larose: "How do we train our political imagination?"
larose's 20 minute presentation for Maelstrom Slow Dance - DAI's 3 day graduation lectures marathon, June 2017
It can cut you like a knife / If the gift becomes the fire
More than half of the audience joins larose on the stage, dividing the audience into those who choose to take part and those who do not. With all of the theater lights out, one is immediately confronted with an unusual situation where the audience members who are on stage have a clear presence but cannot be seen. Loud pop music sampled in very short clips brings a dance floor vibe to the stage, but it is a dancehall disturbed. The mix of songs is played continuously for fifteen minutes, one after another, but never to completion. Sections of popular dance songs are doled out in small parcels, causing a curious effect that is similar to being constantly interrupted in conversation or thought. Those dancing, nevertheless, seem not to be bothered by it and relish the opportunity to move their bodies, shout and scream with the music. At a few points throughout the performance, larose flicks a lighter, bringing the danger and excitement of fire to the stage. In a celebratory gesture at the end, they light a paper on fire, which is extinguished almost as quickly as it flared up.
By turning off the lights, larose offers the participants privacy and the liberty to let go and stop being concerned with their appearance. Something secret could be happening on the stage but only those dancing know what that is. Meanwhile, those seated in the audience struggle to make out what is happening on stage. After a few minutes it becomes clear that the performance will happen whether or not the audience is watching. This performance is a gift for its participants who seem especially eager to rejoin a more experiential realm of community.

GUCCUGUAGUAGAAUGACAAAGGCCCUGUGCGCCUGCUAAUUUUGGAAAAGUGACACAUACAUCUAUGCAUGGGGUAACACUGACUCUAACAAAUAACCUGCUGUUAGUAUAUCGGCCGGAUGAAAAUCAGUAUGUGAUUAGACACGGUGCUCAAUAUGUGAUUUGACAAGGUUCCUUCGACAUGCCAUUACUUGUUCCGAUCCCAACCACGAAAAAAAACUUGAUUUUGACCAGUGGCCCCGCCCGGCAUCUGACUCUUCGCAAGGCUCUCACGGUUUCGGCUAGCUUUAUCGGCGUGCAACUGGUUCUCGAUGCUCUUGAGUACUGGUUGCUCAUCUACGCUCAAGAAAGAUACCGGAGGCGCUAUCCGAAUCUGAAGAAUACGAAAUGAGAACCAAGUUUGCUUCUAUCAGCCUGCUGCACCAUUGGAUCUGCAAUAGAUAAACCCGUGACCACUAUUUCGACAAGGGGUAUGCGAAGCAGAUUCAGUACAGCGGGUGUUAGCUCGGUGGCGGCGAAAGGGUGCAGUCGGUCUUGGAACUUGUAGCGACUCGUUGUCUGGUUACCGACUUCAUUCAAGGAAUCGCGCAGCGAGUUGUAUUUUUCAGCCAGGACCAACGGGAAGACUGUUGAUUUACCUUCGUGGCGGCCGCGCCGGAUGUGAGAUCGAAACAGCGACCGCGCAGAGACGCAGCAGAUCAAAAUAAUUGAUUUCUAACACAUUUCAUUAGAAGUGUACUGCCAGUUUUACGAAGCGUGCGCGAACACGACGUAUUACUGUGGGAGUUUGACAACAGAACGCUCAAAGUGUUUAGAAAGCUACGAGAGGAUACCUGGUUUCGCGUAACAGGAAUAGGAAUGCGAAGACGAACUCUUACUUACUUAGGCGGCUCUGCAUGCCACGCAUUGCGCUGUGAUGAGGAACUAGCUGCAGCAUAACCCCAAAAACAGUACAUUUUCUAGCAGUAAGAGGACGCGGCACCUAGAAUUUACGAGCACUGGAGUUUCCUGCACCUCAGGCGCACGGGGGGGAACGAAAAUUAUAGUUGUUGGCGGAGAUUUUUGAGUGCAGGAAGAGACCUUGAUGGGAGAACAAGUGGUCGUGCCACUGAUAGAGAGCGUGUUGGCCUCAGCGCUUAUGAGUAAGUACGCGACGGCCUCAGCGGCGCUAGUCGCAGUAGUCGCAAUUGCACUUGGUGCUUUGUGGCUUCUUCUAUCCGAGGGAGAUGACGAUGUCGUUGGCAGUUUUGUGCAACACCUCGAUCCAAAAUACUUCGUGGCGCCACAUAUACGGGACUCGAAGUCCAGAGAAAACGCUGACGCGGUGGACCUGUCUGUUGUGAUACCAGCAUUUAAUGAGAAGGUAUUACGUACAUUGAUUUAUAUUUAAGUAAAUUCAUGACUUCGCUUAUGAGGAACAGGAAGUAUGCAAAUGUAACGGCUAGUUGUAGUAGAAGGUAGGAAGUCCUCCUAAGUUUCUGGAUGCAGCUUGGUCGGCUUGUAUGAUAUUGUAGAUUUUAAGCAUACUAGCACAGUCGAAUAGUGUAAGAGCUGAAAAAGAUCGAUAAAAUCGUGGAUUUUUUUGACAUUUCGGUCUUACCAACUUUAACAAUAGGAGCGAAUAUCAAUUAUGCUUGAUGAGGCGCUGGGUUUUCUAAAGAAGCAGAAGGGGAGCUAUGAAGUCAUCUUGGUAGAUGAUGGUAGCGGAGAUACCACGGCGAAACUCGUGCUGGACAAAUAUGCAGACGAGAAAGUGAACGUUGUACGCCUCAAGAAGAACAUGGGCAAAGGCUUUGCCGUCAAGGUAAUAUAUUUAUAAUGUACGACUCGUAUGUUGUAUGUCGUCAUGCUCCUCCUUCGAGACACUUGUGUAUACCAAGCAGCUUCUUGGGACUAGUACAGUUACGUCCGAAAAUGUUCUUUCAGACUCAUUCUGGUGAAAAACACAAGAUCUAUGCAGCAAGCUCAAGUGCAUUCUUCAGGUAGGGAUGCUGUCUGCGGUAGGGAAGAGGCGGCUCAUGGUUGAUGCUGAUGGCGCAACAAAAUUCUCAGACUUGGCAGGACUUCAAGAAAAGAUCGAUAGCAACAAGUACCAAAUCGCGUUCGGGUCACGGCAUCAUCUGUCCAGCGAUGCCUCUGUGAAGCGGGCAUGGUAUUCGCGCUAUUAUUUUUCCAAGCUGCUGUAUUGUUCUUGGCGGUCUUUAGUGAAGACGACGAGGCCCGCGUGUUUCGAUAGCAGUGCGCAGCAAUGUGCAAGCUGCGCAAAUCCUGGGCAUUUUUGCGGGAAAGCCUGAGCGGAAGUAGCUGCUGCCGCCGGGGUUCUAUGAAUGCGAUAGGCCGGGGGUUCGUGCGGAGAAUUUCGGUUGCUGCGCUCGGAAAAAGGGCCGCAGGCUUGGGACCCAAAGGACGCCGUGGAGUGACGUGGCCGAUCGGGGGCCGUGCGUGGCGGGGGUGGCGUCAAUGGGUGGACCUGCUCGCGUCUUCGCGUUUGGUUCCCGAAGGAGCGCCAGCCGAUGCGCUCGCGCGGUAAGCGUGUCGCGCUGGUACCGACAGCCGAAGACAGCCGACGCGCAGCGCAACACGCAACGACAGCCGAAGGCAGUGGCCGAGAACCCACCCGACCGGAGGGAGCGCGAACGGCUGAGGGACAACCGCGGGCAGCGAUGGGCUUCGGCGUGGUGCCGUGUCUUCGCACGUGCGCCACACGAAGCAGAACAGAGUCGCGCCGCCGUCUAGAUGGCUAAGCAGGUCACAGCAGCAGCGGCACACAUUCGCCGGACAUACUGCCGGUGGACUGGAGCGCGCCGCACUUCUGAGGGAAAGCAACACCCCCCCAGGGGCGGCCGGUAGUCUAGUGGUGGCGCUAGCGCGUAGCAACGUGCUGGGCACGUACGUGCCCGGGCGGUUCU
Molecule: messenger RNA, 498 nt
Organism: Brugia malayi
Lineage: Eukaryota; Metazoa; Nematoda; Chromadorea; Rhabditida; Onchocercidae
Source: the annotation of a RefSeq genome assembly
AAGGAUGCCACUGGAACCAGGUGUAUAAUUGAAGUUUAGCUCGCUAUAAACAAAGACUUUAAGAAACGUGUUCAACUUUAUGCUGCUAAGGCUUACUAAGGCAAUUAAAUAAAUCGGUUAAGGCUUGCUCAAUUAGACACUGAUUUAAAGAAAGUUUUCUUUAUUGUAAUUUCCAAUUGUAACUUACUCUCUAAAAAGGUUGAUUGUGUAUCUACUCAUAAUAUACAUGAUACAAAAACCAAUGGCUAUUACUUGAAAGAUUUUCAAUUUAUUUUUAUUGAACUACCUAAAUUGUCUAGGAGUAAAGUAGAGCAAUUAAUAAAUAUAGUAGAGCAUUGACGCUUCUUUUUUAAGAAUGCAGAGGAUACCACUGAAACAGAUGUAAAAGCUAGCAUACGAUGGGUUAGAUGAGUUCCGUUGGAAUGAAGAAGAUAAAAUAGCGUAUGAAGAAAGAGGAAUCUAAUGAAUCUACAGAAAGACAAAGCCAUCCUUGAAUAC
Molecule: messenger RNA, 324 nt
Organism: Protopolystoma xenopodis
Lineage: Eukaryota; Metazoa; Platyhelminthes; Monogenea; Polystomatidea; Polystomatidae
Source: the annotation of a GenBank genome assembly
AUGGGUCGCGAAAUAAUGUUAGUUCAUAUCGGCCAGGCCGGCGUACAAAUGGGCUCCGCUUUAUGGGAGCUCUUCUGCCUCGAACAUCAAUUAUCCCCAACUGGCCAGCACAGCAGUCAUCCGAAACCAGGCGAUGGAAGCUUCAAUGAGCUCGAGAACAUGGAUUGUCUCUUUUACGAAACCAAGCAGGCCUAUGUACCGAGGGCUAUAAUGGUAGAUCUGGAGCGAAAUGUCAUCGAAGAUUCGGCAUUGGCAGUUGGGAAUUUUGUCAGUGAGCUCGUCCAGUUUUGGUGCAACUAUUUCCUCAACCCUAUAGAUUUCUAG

Ray Brassier found it “absolutely terrifying” because he thought the participants were “sadistically prevented from dancing.” He admitted that it would take him some time to recover, and boldly stated that, “I think the person who made this hates you all.”
Gabi Ngcobo summed up her impressions in one line: “That’s how we train our political imagination, thanks.”
Bassam el Baroni elaborated more by saying that larose’s performance “hinders and prevents a false image of collectivity.” He reminded the audience that “clubbing is the easiest image of collectivity and music has that power of bringing people together but there is a false image of the political potency of that.” He proposed that the snippets of beat introduced “a systematic prevention of the occurrence of that false image of collectivity.” Furthermore, he said, the interpretation of the title is that “the gift (referring to Mauss’ notion of the gift) is defined as something that compels you to give something back in return. Music compels you to return that image of the collective. That was systematically prevented.” Referring to Metzinger, he said that there is something “akin to intellectual honesty in understanding the falsehood of that kind of collectivity or image of it.” Finally, he applauded the way larose played around with those notions since the audience couldn’t see what was going on. For el Baroni, this performance has “strong merits and questions the collective subject and its relationship to popular culture.”
Rachel O’Reilly remarked that when the music started she felt relieved because there was music and because of its bold gesture. She “simultaneously enjoyed it and was also frustrated,” and commended larose for their “uncompromising tenacity”.